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[REQUEST] Scale-Translate combine operations for "anchored scaling"

I know with BSP brushes, you can select a face and move it, effectively resizing the brush in one direction. This is a super-handy feature, but we need something similar for both Static Meshes and Blueprints which can be scaled.

Example case: I have a Blueprint which functions as a “level bounds”. Its Construction script generates five flat box collision meshes (4 walls and a ceiling) which, upon contact, trigger a force-field particle effect. At the corners, I use instanced static meshes which are procedurally duplicated vertically to match the size of the root cube’s bounds; these pillars are “force field emitters” which also have particle systems attached to them.

So, I use this box to bound my level. Problem is, suppose I’m designing the level, and I realize “I need the north wall to extend about 800 units outward to make room for this object here”.

In order to do this, I have to resize the object using the (at this point, very very far away) central scaling widget, calculate the difference between the new scale on this axis and the old scale, halve it, re-add that to the original scale, then subtract that value from the object’s location coordinate on that axis.

That’s a hell of a lot of steps for a simple “scale from this side” operation.

My intial theory on a solution involves a slight redesign of the transform gizmo. Basically, in scale mode, extended beyond the 3 main axis scales on both the positive and negative sides, six small circles. Clicking-and-dragging on these will perform a combination scale-and-transform operation which scales the object along an axis and transforms it inversely so that the opposite end to the one you’re dragging stays in place.

Failing that, some sort of macro which performs this converse-scaling operation maybe?

I get what you’re saying and kind of wanted something like this myself…

Let’s say you have a 2x2x2 cube centered on the origin, such that all of the vertices are either 0,1, or -1.

No wait, let’s simplify this to a one dimensional line with the points (-1,0,0) and (1,0,0). The center of this line is on the origin.

If we scale this line along the X axis, the scale is a multiplier applied to the X values. If we scale by a factor of 2, then the result is (-2,0,0) and (2,0,0). The vertices on both sides moved, and this is the problem you’re running into.

What you’re asking for is to anchor one of these vertices, so if you apply a 2x scale to one side, it doesn’t also move the other, correct? So, if you want to move the right side to become (2,0,0) you’d want the left to stay at (-1,0,0). The actual scale wouldn’t be a 2x scale though. It’d be a 1.5x scale. So, if you manually put in 2x with an anchor value, you’d get a position greater than (2,0,0) and that might cause confusion.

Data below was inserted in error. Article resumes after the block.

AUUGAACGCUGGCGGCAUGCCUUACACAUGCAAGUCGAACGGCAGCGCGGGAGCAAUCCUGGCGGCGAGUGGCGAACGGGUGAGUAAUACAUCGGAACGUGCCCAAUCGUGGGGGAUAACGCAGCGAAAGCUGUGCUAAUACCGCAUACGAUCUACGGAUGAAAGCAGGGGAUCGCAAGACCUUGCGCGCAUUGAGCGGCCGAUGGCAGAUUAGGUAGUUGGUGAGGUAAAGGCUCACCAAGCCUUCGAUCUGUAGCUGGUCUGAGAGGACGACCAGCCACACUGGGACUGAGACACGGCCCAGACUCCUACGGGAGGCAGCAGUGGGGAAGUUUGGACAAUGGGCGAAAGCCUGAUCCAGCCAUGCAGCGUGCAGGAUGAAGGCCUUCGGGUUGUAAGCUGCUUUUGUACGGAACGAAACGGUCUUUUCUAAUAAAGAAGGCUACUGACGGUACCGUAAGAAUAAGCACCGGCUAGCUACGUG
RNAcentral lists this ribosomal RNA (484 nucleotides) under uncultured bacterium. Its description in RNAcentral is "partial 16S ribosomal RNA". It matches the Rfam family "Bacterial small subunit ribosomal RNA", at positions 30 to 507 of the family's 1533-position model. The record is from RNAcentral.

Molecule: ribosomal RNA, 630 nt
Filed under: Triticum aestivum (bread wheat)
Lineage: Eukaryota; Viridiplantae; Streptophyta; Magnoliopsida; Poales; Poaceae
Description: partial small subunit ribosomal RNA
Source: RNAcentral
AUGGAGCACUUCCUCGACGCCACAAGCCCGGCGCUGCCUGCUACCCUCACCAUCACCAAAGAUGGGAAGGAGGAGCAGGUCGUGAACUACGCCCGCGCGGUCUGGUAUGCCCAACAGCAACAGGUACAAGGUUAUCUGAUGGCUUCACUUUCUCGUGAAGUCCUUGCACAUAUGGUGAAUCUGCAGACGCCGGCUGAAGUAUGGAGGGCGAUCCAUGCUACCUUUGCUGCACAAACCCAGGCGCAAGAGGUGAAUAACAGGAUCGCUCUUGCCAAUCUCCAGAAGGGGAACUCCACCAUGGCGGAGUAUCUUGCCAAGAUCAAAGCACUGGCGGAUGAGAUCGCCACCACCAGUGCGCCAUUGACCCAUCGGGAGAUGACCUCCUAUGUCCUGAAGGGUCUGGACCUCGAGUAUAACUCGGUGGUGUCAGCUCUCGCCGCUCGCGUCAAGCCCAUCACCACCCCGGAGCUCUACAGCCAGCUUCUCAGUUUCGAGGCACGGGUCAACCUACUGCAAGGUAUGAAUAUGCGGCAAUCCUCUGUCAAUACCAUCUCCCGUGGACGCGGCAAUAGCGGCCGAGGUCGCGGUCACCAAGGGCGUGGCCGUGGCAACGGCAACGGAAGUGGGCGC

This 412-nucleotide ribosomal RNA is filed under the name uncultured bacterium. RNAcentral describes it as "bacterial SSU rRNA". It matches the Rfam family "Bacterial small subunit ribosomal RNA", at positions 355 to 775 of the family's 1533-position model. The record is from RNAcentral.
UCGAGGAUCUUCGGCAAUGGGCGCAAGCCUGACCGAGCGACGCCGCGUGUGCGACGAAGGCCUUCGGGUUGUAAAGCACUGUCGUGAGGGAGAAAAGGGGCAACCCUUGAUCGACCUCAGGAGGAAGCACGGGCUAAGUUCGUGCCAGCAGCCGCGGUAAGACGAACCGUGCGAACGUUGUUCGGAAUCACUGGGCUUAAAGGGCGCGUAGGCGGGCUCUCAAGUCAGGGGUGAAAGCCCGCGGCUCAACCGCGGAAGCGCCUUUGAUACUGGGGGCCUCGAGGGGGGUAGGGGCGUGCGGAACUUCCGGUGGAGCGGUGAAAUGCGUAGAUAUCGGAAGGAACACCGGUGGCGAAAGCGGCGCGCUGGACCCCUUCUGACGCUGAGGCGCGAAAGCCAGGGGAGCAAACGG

There’s a much easier solution that I found: Shift the origin from the center of your mesh to your anchor point.

The 1D line would move from {(-1,0,0),(1,0,0)} to {(0,0,0), (2,0,0)}. When you apply a scale to the object, the anchor point stays put because zero times the scale factor is always zero. You can now scale your wall to your hearts content, knowing that the other side isn’t going to move from where you placed it :smiley: No need to modify the engine.

You can’t dynamically shift your origin in that way. What if right now, I want to scale the North wall out by 800 units, and then later want to scale the East wall out by 600 units?

You don’t need to dynamically shift your origin, you can shift it within your 3D modeling program by offsetting your mesh by a translation so that the mesh’s anchor point is at the origin. The anchor for the wall would be baked into the local object space vertex points. Then, when you apply scaling to the objects, it all works the way you wanted it to.

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Yeah, I know. And the problem is, that ONLY WORKS ONE WAY, which is what I was trying to explain to you.

What happens in your picture when, after scaling 800 units out from the right, I decide I also need to scale another 200 units out from the left? Now it’s the same problem; in order to perform this scaling operation, I need to also perform a translation operation to counteract it.

That’s EXACTLY the situation I’m in; I’ve got a single actor which functions as a “level boundary” and as I design the level I need to occasionally extend the level only on a single side. Which side is not something I can know in advance; sometimes I need to increase it by 800 units on the south side, sometimes on the north side. And every time I do, I have to also adjust the position of the entire actor to compensate for the dual-direction stretching. Changing that so that I only have to do that compensation half the time (if the vertex is in the corner rather than the center) is a minor improvement but certainly not a proper solution.

Hey Everybody,

Not to get your hopes up, but there is a feature to be able to move the pivot point temporarily. With the translate tool enabled, you can Alt+MMB Click on the white sphere at the center of the translate tool and drag. There is a bug in about not being able to manipulate the pivot point from any orthographic viewports, but perspective works.

Unfortunately, objects do not seem to scale relative to this temporary pivot point. I have reported this bug as UE-12176.

-Matt W.

Just wanted to leave an update. The bug I entered has been fixed and verified internally.